Blackout of Alec Baldwin’s homophobic rant exposes Hollywood double standard


The Catholic Church is constantly accused of being anti-gay, primarily because it condemns homosexual acts and gay “marriage.” This, of course, doesn’t make the Church anti-gay. The Catholic Church loves all people, in the truest sense of the word, and wants them to reign with God forever and ever.

Those who encourage licentious behavior and pass laws that make it easier for people to commit sin are the ones who are truly anti-gay. They show no concern for the eternal destination of a gay person’s soul.

“Anti-gay,” therefore, is nothing more than a specious political term invoked by lovers of the Kingdom of Satan to win followers and persecute the Church. It is used so frequently that it’s difficult to detect when something truly anti-gay has happened. Fortunately, the internet and social media can help us discern when something truly despicable has occurred.

Last Friday, something despicable did take place. After reading a British reporter’s gossip column that criticized his 28-year-old wife, A-list celebrity Alec Baldwin, 55, took to twitter to respond. And it was not pretty.

No h8Other than tweeting that he was going to kick the crap out of the guy, Baldwin called the reporter a “queen” – a derogatory term used to describe a gay person. Some of the other tweets are too vulgar to share on CatholicVote, but let’s just say that for a man who considers himself a liberal, Baldwin was not practicing what he preaches.

As if instantly recalling how Paula Deen’s career was destroyed when it was discovered she had used a hateful slur a couple decades ago, Baldwin immediately deleted his twitter account and did the best he could to walk back his homophobic comments. He issued an apology to GLAAD, which they puzzlingly accepted, and posted a video online explaining that he had simply been taken out of context. Hilary Rosen, a gay political commentator, defended Baldwin in a tweet, saying “I know his heart, he’s not a homophobe. But he sure has created a mess with his big bad mouth.” On ABC News, one commentator went so far as to say “Alec Baldwin is kind of a loveable rogue.”

A loveable rogue? Give me a break. In 2007, Baldwin left a voicemail on his 11-year-old daughter’s phone wherein he referred to her as a “rude, thoughtless little pig.” In 2010, he punched a member of the paparazzi. In February of this year, he allegedly hurled a racial epithet at a black photographer. The man has a history of lashing out in the most offensive way possible. There’s nothing “lovable” about it.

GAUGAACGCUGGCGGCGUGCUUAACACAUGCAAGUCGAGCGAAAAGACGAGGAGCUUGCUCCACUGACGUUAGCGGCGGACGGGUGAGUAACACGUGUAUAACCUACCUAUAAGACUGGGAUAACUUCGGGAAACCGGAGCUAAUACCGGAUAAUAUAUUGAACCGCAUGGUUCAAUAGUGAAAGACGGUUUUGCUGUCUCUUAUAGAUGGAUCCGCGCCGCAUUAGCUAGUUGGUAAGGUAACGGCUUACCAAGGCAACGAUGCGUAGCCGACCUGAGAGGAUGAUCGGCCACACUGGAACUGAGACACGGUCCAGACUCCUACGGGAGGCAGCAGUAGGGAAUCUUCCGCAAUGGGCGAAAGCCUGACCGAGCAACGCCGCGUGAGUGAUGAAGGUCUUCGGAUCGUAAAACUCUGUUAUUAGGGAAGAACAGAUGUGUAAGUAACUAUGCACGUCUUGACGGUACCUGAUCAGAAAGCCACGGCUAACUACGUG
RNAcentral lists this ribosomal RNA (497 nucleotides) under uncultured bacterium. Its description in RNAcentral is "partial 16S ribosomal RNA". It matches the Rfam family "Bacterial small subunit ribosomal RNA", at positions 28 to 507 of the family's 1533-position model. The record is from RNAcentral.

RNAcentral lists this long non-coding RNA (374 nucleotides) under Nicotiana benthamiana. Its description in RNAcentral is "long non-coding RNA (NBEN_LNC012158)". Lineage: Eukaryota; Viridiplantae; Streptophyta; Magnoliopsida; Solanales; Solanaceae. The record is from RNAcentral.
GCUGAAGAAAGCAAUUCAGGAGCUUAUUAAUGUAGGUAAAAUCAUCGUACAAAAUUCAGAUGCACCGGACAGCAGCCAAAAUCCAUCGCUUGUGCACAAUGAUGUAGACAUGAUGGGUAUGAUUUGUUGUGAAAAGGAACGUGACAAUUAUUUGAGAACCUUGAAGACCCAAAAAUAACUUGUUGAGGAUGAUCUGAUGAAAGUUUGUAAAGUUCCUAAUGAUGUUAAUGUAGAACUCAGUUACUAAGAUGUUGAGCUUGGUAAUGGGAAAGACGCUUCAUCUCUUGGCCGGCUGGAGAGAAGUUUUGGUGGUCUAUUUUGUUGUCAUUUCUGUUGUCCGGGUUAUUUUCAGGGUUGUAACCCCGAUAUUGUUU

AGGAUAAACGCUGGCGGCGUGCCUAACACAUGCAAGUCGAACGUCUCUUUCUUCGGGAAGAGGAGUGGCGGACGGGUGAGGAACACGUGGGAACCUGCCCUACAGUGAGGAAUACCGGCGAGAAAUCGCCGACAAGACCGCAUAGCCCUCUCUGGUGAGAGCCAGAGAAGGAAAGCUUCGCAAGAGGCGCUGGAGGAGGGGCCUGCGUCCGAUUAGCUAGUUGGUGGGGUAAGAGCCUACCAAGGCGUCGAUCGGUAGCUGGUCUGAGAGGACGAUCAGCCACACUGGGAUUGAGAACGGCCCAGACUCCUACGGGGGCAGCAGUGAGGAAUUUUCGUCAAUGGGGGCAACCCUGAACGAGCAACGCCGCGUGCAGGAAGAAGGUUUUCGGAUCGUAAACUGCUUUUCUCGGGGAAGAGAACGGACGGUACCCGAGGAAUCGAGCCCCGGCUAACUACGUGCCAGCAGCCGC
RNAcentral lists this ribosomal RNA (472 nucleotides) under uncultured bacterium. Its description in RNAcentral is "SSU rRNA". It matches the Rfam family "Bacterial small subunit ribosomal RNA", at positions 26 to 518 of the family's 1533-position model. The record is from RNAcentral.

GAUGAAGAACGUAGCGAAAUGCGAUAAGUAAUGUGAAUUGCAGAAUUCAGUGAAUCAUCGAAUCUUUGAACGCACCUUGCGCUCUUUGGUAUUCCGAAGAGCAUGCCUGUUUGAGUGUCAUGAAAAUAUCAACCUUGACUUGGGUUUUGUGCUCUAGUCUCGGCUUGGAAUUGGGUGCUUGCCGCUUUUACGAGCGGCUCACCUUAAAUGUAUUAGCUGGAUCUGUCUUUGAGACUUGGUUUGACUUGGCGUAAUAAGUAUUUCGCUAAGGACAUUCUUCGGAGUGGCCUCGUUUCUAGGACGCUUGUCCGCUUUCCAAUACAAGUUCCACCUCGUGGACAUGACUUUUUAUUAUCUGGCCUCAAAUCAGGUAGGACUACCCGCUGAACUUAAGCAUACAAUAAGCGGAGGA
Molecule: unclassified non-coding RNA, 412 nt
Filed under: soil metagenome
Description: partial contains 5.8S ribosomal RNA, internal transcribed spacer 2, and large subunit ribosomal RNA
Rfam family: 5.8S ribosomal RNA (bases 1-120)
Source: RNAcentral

Had this been someone known to be a defender of the traditional understanding of marriage, the media, as well as every celebrity under the sun, would have made their voice heard. T-shirts would have been made, rallies would have been held and twitter would be trending with hashtags like #loveisequal and #noh8. Baldwin’s elite Hollywood status, however, grants him special privileges.

CNN anchor Anderson Cooper, himself a gay man, noted the double standard:

Although there are a few outlets covering the story, Baldwin is likely going to get a pass on this. That’s unfortunate. The silence of his Hollywood buddies and media allies speaks volumes about their integrity. Then again, this is what liberal on liberal crime looks like. And the awkwardness you are seeing play out is simply what happens when people are judged based on their political worth as opposed to being understood as creatures made in the image of God who are held to the same moral standards as everyone else.

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About Author

Stephen Kokx is a freelance writer and adjunct professor of political science living in Grand Rapids, Michigan. He has previously worked for the Archdiocese of Chicago's Office for Peace and Justice. His writing on religion, politics and Catholic social teaching has appeared in a number of outlets, including Crisis Magazine, The American Thinker and his hometown paper The Grand Rapids Press. He is a member of the Fellowship of Catholic Scholars and the Society of Catholic Social Scientists, and is a graduate of Aquinas College and Loyola University Chicago. Follow Stephen on twitter @StephenKokx

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